There’s no such thing as a free lunch, they say, and you don’t need to look further than the city’s Cheswolde neighborhood for proof. There on Taney Road stands the new headquarters of Hatzalah, built with the help of a grant tied to state revenue gleaned from slot machines.
While some, mindful of the Talmudic directive that gamblers may not be counted as witnesses in court proceedings, might scoff at the notion of gambling dollars going to fund a Jewish organization, the truth is that Hatzalah of Baltimore has yet to see a slot-stained nickel.
Ronnie Rosenbluth, president of the Cheswolde Neighborhood Association, tells reporter Heather Norris in this week’s cover story that funds from the $315,000 grant have been held up by the city’s process for disbursing its share of gambling revenue.
“We were told two years ago to have shovel-ready programs, and we were told that as of July 2, 2013, ‘the check will be in the mail,’ and the check wasn’t in the mail,” said Rosenbluth. “After two years, you have a lot of frustration.”
The concept is simple: To offset the harms that can befall communities from the presence of casinos, legislators built into Maryland’s gambling regime a way for slot dollars to flow back into those communities for public works projects. The neighborhoods around Pimlico Race Course, such as Cheswolde, are just as much at risk as those areas around the new Horseshoe Casino, others argued, so they should also get a share of the funds.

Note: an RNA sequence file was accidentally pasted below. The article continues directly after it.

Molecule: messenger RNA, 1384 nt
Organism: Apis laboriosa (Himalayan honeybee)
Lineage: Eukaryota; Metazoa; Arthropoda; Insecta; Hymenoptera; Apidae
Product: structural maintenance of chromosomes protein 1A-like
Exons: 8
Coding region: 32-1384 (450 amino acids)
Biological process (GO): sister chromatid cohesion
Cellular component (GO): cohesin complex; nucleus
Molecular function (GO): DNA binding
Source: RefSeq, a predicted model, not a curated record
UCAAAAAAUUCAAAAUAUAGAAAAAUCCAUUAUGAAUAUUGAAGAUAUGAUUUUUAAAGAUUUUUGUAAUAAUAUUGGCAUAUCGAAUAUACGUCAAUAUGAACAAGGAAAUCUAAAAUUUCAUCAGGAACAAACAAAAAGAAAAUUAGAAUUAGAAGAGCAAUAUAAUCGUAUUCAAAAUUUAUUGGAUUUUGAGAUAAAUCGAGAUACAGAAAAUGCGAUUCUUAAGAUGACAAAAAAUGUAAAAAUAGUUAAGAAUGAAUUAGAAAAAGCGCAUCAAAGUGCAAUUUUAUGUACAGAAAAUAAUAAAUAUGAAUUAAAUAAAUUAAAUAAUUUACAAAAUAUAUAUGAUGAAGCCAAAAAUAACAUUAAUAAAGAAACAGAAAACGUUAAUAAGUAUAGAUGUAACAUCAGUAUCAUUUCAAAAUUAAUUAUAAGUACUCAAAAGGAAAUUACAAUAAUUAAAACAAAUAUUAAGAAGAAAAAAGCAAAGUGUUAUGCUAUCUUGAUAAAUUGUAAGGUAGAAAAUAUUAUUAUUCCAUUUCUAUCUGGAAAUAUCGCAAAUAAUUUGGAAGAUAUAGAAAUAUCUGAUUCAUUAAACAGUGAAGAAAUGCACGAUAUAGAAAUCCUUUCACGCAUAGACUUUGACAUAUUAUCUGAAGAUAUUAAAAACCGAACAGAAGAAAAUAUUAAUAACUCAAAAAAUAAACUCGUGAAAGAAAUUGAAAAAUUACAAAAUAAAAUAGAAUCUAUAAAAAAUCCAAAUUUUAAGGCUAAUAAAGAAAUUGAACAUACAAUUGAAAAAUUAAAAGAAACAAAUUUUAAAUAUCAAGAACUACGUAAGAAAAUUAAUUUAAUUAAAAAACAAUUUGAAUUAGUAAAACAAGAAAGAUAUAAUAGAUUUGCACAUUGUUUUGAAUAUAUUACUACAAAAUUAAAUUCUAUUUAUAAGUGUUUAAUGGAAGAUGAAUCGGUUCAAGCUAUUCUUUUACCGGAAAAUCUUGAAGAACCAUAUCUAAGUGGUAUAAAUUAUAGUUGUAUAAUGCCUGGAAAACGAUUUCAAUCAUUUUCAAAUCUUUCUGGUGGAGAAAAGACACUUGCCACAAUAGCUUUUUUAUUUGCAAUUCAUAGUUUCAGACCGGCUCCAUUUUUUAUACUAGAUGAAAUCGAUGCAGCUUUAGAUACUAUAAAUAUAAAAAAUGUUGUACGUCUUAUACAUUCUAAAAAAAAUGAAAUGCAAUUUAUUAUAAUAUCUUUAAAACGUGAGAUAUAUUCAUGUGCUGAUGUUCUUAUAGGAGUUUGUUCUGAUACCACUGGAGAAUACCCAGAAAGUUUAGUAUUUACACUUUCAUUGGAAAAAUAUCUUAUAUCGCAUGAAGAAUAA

But while legalized gaming has been touted by the state as a way to plug budget shortfalls and to help out local communities, not to mention a way for Maryland to compete with New Jersey, Delaware and Pennsylvania, gambling itself is far from a panacea. Just ask Atlantic City.
Could it be that those in the northwest section of the city are on the losing side of the bet?
Without commenting on whether or not the gambling industry is compatible with Jewish ideals–it should be noted that many synagogues host successful day trips to local casinos as a way for congregants to socialize–it is interesting to note that Jews everywhere over the coming week will be eating and in some cases sleeping in ramshackle huts known as sukkahs.
An explanation of this practice during the holiday of Sukkot is that by subjecting yourself to the vagaries of the elements and enduring the primitiveness of a temporary structure, you are demonstrating your complete faith in the Almighty to provide for all of your needs. It is neither chance nor your own prowess that guarantees success, the argument goes, but rather Divine Providence.
Seen through this lens, putting a quarter in a slot machine is far from a mundane act. Do people gamble merely for the entertainment value or is their financial well-being dependent on three sevens improbably appearing on the same line?
It might help to realize that some societal good is coming from placing a few chips on the table, but in Cheswolde at least, the locals are still waiting.